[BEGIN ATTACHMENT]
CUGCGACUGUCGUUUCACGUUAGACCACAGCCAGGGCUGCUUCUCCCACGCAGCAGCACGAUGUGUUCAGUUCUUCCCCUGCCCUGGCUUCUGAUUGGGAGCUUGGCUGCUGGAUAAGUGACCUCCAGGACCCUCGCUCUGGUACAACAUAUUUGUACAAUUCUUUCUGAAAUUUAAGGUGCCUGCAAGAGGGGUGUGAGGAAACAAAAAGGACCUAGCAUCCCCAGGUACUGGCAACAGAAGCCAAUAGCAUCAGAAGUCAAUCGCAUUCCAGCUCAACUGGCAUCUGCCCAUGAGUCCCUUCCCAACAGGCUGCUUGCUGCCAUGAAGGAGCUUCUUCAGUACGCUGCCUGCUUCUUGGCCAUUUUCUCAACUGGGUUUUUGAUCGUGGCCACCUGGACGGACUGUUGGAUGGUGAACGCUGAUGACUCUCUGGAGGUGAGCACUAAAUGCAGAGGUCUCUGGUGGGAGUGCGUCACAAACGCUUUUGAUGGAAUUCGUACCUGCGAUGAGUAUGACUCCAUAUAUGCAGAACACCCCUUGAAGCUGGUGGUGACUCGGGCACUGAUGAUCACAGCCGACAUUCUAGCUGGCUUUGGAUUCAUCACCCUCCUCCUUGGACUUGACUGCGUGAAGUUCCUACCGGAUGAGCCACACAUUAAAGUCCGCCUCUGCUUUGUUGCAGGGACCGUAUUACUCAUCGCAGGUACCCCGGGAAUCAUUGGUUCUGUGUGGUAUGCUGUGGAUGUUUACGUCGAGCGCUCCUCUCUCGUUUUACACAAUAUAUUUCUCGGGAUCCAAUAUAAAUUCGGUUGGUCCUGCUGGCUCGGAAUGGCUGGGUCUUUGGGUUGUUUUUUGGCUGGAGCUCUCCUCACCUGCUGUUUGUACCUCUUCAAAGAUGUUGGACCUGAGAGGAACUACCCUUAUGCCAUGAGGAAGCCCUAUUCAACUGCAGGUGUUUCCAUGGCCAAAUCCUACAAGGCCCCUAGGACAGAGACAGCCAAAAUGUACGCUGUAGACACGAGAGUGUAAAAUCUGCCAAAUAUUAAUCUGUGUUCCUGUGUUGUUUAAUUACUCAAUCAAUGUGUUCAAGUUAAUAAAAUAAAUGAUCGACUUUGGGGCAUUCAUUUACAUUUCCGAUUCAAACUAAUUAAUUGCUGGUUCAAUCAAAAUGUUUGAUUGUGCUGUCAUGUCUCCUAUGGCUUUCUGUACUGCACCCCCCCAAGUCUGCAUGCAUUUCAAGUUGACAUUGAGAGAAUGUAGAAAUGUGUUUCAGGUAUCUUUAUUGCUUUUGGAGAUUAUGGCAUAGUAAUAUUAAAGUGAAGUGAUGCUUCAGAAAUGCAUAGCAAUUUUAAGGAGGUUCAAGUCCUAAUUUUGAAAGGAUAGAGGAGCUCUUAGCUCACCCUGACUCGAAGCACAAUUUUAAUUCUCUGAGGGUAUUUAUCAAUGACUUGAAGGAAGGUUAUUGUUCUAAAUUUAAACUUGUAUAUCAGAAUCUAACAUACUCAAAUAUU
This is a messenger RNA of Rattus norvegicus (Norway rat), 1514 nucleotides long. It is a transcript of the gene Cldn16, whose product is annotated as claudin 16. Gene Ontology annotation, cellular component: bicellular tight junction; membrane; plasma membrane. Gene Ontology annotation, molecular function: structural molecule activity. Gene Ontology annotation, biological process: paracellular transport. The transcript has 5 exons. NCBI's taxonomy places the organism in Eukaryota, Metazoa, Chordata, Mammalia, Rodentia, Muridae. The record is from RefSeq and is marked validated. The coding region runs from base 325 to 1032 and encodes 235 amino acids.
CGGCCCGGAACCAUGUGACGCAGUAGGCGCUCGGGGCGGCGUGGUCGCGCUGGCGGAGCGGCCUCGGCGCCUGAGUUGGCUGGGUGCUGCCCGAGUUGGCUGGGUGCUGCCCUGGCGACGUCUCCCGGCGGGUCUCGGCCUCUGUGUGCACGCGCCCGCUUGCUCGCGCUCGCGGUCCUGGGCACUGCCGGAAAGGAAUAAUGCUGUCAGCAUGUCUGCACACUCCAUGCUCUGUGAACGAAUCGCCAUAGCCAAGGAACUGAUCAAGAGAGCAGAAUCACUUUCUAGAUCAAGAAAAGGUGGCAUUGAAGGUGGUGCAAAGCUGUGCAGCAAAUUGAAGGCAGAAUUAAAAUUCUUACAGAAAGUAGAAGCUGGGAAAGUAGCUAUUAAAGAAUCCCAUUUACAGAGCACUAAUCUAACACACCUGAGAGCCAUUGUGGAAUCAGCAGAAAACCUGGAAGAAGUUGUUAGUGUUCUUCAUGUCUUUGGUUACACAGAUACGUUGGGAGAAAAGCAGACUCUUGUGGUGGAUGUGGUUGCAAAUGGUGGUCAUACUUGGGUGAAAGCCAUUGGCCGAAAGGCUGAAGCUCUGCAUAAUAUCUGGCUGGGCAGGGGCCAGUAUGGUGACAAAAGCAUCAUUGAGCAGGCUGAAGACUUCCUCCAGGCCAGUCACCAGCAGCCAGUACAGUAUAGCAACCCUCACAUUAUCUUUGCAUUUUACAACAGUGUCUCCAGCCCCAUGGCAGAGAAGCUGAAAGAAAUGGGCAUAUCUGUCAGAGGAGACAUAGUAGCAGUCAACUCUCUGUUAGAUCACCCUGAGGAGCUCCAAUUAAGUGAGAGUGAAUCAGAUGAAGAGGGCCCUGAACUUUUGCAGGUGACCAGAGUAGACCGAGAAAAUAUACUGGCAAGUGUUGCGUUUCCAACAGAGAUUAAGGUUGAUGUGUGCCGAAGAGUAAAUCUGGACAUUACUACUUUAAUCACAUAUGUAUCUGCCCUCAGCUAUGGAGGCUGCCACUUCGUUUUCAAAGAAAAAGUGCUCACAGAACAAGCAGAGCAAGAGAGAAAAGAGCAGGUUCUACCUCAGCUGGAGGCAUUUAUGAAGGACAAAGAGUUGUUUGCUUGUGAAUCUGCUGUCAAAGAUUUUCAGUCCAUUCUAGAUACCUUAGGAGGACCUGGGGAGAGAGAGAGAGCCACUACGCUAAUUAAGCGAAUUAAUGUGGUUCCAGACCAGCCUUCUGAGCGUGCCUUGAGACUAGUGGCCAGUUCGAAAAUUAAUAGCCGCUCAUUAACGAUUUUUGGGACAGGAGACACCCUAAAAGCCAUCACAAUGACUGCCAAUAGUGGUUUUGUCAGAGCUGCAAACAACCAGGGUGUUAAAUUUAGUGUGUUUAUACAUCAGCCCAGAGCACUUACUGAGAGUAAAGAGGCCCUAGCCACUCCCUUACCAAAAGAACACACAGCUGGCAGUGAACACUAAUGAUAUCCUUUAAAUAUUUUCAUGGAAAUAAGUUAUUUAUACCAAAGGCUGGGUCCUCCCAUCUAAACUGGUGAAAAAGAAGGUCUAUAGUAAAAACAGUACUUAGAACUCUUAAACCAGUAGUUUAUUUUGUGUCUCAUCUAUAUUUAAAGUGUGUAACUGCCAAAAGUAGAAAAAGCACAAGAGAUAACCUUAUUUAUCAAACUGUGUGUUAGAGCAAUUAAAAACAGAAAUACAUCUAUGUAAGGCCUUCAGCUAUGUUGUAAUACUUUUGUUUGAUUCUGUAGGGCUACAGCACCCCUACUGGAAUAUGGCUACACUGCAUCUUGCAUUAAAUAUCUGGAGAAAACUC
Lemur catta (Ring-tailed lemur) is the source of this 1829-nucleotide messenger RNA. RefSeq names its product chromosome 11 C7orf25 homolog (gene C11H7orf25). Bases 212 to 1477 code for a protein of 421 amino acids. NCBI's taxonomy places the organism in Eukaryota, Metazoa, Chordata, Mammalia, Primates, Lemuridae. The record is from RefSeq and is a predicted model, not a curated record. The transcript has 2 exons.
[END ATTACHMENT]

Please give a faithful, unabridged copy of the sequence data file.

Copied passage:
CUGCGACUGUCGUUUCACGUUAGACCACAGCCAGGGCUGCUUCUCCCACGCAGCAGCACGAUGUGUUCAGUUCUUCCCCUGCCCUGGCUUCUGAUUGGGAGCUUGGCUGCUGGAUAAGUGACCUCCAGGACCCUCGCUCUGGUACAACAUAUUUGUACAAUUCUUUCUGAAAUUUAAGGUGCCUGCAAGAGGGGUGUGAGGAAACAAAAAGGACCUAGCAUCCCCAGGUACUGGCAACAGAAGCCAAUAGCAUCAGAAGUCAAUCGCAUUCCAGCUCAACUGGCAUCUGCCCAUGAGUCCCUUCCCAACAGGCUGCUUGCUGCCAUGAAGGAGCUUCUUCAGUACGCUGCCUGCUUCUUGGCCAUUUUCUCAACUGGGUUUUUGAUCGUGGCCACCUGGACGGACUGUUGGAUGGUGAACGCUGAUGACUCUCUGGAGGUGAGCACUAAAUGCAGAGGUCUCUGGUGGGAGUGCGUCACAAACGCUUUUGAUGGAAUUCGUACCUGCGAUGAGUAUGACUCCAUAUAUGCAGAACACCCCUUGAAGCUGGUGGUGACUCGGGCACUGAUGAUCACAGCCGACAUUCUAGCUGGCUUUGGAUUCAUCACCCUCCUCCUUGGACUUGACUGCGUGAAGUUCCUACCGGAUGAGCCACACAUUAAAGUCCGCCUCUGCUUUGUUGCAGGGACCGUAUUACUCAUCGCAGGUACCCCGGGAAUCAUUGGUUCUGUGUGGUAUGCUGUGGAUGUUUACGUCGAGCGCUCCUCUCUCGUUUUACACAAUAUAUUUCUCGGGAUCCAAUAUAAAUUCGGUUGGUCCUGCUGGCUCGGAAUGGCUGGGUCUUUGGGUUGUUUUUUGGCUGGAGCUCUCCUCACCUGCUGUUUGUACCUCUUCAAAGAUGUUGGACCUGAGAGGAACUACCCUUAUGCCAUGAGGAAGCCCUAUUCAACUGCAGGUGUUUCCAUGGCCAAAUCCUACAAGGCCCCUAGGACAGAGACAGCCAAAAUGUACGCUGUAGACACGAGAGUGUAAAAUCUGCCAAAUAUUAAUCUGUGUUCCUGUGUUGUUUAAUUACUCAAUCAAUGUGUUCAAGUUAAUAAAAUAAAUGAUCGACUUUGGGGCAUUCAUUUACAUUUCCGAUUCAAACUAAUUAAUUGCUGGUUCAAUCAAAAUGUUUGAUUGUGCUGUCAUGUCUCCUAUGGCUUUCUGUACUGCACCCCCCCAAGUCUGCAUGCAUUUCAAGUUGACAUUGAGAGAAUGUAGAAAUGUGUUUCAGGUAUCUUUAUUGCUUUUGGAGAUUAUGGCAUAGUAAUAUUAAAGUGAAGUGAUGCUUCAGAAAUGCAUAGCAAUUUUAAGGAGGUUCAAGUCCUAAUUUUGAAAGGAUAGAGGAGCUCUUAGCUCACCCUGACUCGAAGCACAAUUUUAAUUCUCUGAGGGUAUUUAUCAAUGACUUGAAGGAAGGUUAUUGUUCUAAAUUUAAACUUGUAUAUCAGAAUCUAACAUACUCAAAUAUU
This is a messenger RNA of Rattus norvegicus (Norway rat), 1514 nucleotides long. It is a transcript of the gene Cldn16, whose product is annotated as claudin 16. Gene Ontology annotation, cellular component: bicellular tight junction; membrane; plasma membrane. Gene Ontology annotation, molecular function: structural molecule activity. Gene Ontology annotation, biological process: paracellular transport. The transcript has 5 exons. NCBI's taxonomy places the organism in Eukaryota, Metazoa, Chordata, Mammalia, Rodentia, Muridae. The record is from RefSeq and is marked validated. The coding region runs from base 325 to 1032 and encodes 235 amino acids.
CGGCCCGGAACCAUGUGACGCAGUAGGCGCUCGGGGCGGCGUGGUCGCGCUGGCGGAGCGGCCUCGGCGCCUGAGUUGGCUGGGUGCUGCCCGAGUUGGCUGGGUGCUGCCCUGGCGACGUCUCCCGGCGGGUCUCGGCCUCUGUGUGCACGCGCCCGCUUGCUCGCGCUCGCGGUCCUGGGCACUGCCGGAAAGGAAUAAUGCUGUCAGCAUGUCUGCACACUCCAUGCUCUGUGAACGAAUCGCCAUAGCCAAGGAACUGAUCAAGAGAGCAGAAUCACUUUCUAGAUCAAGAAAAGGUGGCAUUGAAGGUGGUGCAAAGCUGUGCAGCAAAUUGAAGGCAGAAUUAAAAUUCUUACAGAAAGUAGAAGCUGGGAAAGUAGCUAUUAAAGAAUCCCAUUUACAGAGCACUAAUCUAACACACCUGAGAGCCAUUGUGGAAUCAGCAGAAAACCUGGAAGAAGUUGUUAGUGUUCUUCAUGUCUUUGGUUACACAGAUACGUUGGGAGAAAAGCAGACUCUUGUGGUGGAUGUGGUUGCAAAUGGUGGUCAUACUUGGGUGAAAGCCAUUGGCCGAAAGGCUGAAGCUCUGCAUAAUAUCUGGCUGGGCAGGGGCCAGUAUGGUGACAAAAGCAUCAUUGAGCAGGCUGAAGACUUCCUCCAGGCCAGUCACCAGCAGCCAGUACAGUAUAGCAACCCUCACAUUAUCUUUGCAUUUUACAACAGUGUCUCCAGCCCCAUGGCAGAGAAGCUGAAAGAAAUGGGCAUAUCUGUCAGAGGAGACAUAGUAGCAGUCAACUCUCUGUUAGAUCACCCUGAGGAGCUCCAAUUAAGUGAGAGUGAAUCAGAUGAAGAGGGCCCUGAACUUUUGCAGGUGACCAGAGUAGACCGAGAAAAUAUACUGGCAAGUGUUGCGUUUCCAACAGAGAUUAAGGUUGAUGUGUGCCGAAGAGUAAAUCUGGACAUUACUACUUUAAUCACAUAUGUAUCUGCCCUCAGCUAUGGAGGCUGCCACUUCGUUUUCAAAGAAAAAGUGCUCACAGAACAAGCAGAGCAAGAGAGAAAAGAGCAGGUUCUACCUCAGCUGGAGGCAUUUAUGAAGGACAAAGAGUUGUUUGCUUGUGAAUCUGCUGUCAAAGAUUUUCAGUCCAUUCUAGAUACCUUAGGAGGACCUGGGGAGAGAGAGAGAGCCACUACGCUAAUUAAGCGAAUUAAUGUGGUUCCAGACCAGCCUUCUGAGCGUGCCUUGAGACUAGUGGCCAGUUCGAAAAUUAAUAGCCGCUCAUUAACGAUUUUUGGGACAGGAGACACCCUAAAAGCCAUCACAAUGACUGCCAAUAGUGGUUUUGUCAGAGCUGCAAACAACCAGGGUGUUAAAUUUAGUGUGUUUAUACAUCAGCCCAGAGCACUUACUGAGAGUAAAGAGGCCCUAGCCACUCCCUUACCAAAAGAACACACAGCUGGCAGUGAACACUAAUGAUAUCCUUUAAAUAUUUUCAUGGAAAUAAGUUAUUUAUACCAAAGGCUGGGUCCUCCCAUCUAAACUGGUGAAAAAGAAGGUCUAUAGUAAAAACAGUACUUAGAACUCUUAAACCAGUAGUUUAUUUUGUGUCUCAUCUAUAUUUAAAGUGUGUAACUGCCAAAAGUAGAAAAAGCACAAGAGAUAACCUUAUUUAUCAAACUGUGUGUUAGAGCAAUUAAAAACAGAAAUACAUCUAUGUAAGGCCUUCAGCUAUGUUGUAAUACUUUUGUUUGAUUCUGUAGGGCUACAGCACCCCUACUGGAAUAUGGCUACACUGCAUCUUGCAUUAAAUAUCUGGAGAAAACUC
Lemur catta (Ring-tailed lemur) is the source of this 1829-nucleotide messenger RNA. RefSeq names its product chromosome 11 C7orf25 homolog (gene C11H7orf25). Bases 212 to 1477 code for a protein of 421 amino acids. NCBI's taxonomy places the organism in Eukaryota, Metazoa, Chordata, Mammalia, Primates, Lemuridae. The record is from RefSeq and is a predicted model, not a curated record. The transcript has 2 exons.